Wine Storage Containers
Wine must be protected from oxygen, so bulk wine is always stored in full, sealed, containers. Small batches of red wine are usually fermented in open containers. New red wines are then stored in closed containers after pressing. White and blush wines are best fermented in closed containers, and most commercial wineries ferment their red wines in closed tanks. Large volumes of carbon dioxide gas are produced during fermentation, so wine storage containers must be sealed with fermentation locks until all the sugar is gone. Most fermentation locks contain a water trap of some sort. The trap lets the carbon dioxide gas escape but prevents air from entering the container.
Five-gallon water bottles are readily available, and these are the containers most often used by beginning home winemakers. Water bottles have advantages and disadvantages. Glass can be cleaned easily, and it can be completely sterilized. Glass is transparent, and the progress of fermentation can be easily monitored visually. On the other hand, glass containers are heavy, and some winemakers find moving full carboys difficult. Glass is slick and fragile, and handling heavy glass bottles with wet hands can be dangerous. Five-gallon water bottles are a bit too small for long term wine storage because of the oxidation problem. However, a few water bottles are handy for storing leftovers for a few months. Another negative factor is the high cost of glass. The price of a new glass water bottle is about $16.00 (more than $3.00 per gallon).
Polyethylene is a recognized "food grade" material, and polyethylene drums are widely used for shipping and storing liquid food products. Wine can be safely stored for extended periods in heavy walled containers made of dense polyethylene. Polyethylene is light, strong and inexpensive, and several firms now produce polyethylene tanks specifically for use as wine storage containers. New and used poly drums are available in 20, 30, 40 and 55 gallon sizes, and they make excellent wine storage containers. Wine storage containers made of polyethylene also have advantages and disadvantages. They are light weight, so polyethylene drums can be handled and stored easily. Best of all, they are inexpensive. Unfortunately, polyethylene has a porous micro-structure, and the small pores make this material difficult to clean completely. Used polyethylene drums can retain odors for long times, and the odors can contaminate wine. Consequently, secondhand drums must be selected with care. New poly drums sell for about $1.00 per gallon, and good used drums (used for food products) can often be purchased for a few dollars.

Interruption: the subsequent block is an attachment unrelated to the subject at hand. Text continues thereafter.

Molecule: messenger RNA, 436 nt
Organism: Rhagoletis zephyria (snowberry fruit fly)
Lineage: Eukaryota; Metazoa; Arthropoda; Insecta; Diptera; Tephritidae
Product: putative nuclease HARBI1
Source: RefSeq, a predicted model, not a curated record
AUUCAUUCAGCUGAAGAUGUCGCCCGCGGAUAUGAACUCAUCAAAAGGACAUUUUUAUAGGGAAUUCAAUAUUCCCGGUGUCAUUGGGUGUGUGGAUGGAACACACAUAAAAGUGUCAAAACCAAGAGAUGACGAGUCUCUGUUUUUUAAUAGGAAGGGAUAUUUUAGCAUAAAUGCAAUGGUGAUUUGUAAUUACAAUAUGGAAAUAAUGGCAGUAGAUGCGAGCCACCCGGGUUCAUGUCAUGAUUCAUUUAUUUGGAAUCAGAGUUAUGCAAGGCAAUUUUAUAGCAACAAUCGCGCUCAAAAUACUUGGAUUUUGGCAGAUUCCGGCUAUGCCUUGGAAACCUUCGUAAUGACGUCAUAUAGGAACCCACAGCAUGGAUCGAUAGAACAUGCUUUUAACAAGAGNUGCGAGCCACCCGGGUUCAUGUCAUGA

Most winemakers agree that stainless steel is the best material for fabricating large wine storage tanks. Polished, stainless steel surfaces are easily cleaned, and properly designed stainless tanks are inert and tight. Although stainless steel containers are expensive, they give many years of trouble free service. Home winemakers often use surplus stainless beer kegs for wine storage containers. The deposit for a 15-gallon beer keg is about $15, and finding a first class wine container for less than a dollar per gallon is difficult.
Standard wine barrels come in sizes of 200 liters (52 gals) and 225 liters (59 gals). Oak barrels impart a vanillin flavor to the wine, and this oak character is desirable in most red and some white wines. After a barrel is four or five years old, it no longer produces the desirable flavors, so wineries must replace their barrels from time to time. A few wineries replace all of their barrels each crush season, but most wineries replace 20 to 30 percent of their barrels each year.
Barrels full of wine require little extra attention. However, empty barrels are difficult to maintain, and they require a great deal of attention. When a new barrel is first filled, almost four gallons of wine soak into the wood. When a used barrel is stored empty, the wine in the wood starts turning into vinegar in just a few days. Sterilizing oak barrels is practically impossible, so barrels infected with vinegar bacteria must be discarded. Commercial winemakers avoid this problem by not emptying their barrels until new wine is available. The barrels are washed with clean water as they are emptied and then immediately refilled with new wine.
Oak barrels have several other disadvantages. Barrels are heavy and difficult to handle. Empty barrels weigh almost 100 pounds, and full barrels weigh about 600 pounds. Empty barrels can be moved by hand without much difficulty, but moving full barrels more than a short distance by hand is seldom feasible. Wineries place full barrels on pallets, and the pallets and barrels are then moved with a fork lift. Oak barrels are often attacked by wood-borers unless treated with a special preservative. Eventually, any barrel will develop a leak.
New French oak barrels cost about $600, and new American oak barrels cost about $200. Clean, sound, used, barrels can often be purchased for $25 to $75 from commercial wineries
Most home winemakers use glass water bottles, polyethylene drums, stainless steel beer kegs or oak barrels for bulk wine storage. Because of the difficulties outlined above, novice winemakers are advised to avoid oak barrels until they gain some winemaking experience. Polyethylene drums are light weight, easily handled and inexpensive. Stainless steel beer kegs are inexpensive and last for many years. Poly drums and beer kegs are usually the most practical bulk wine storage containers for home winemakers. All wine storage containers must be kept full, so winemakers collect a variety of containers. Several one-gallon glass jugs and a few five-gallon carboys are always handy for storing leftover wines.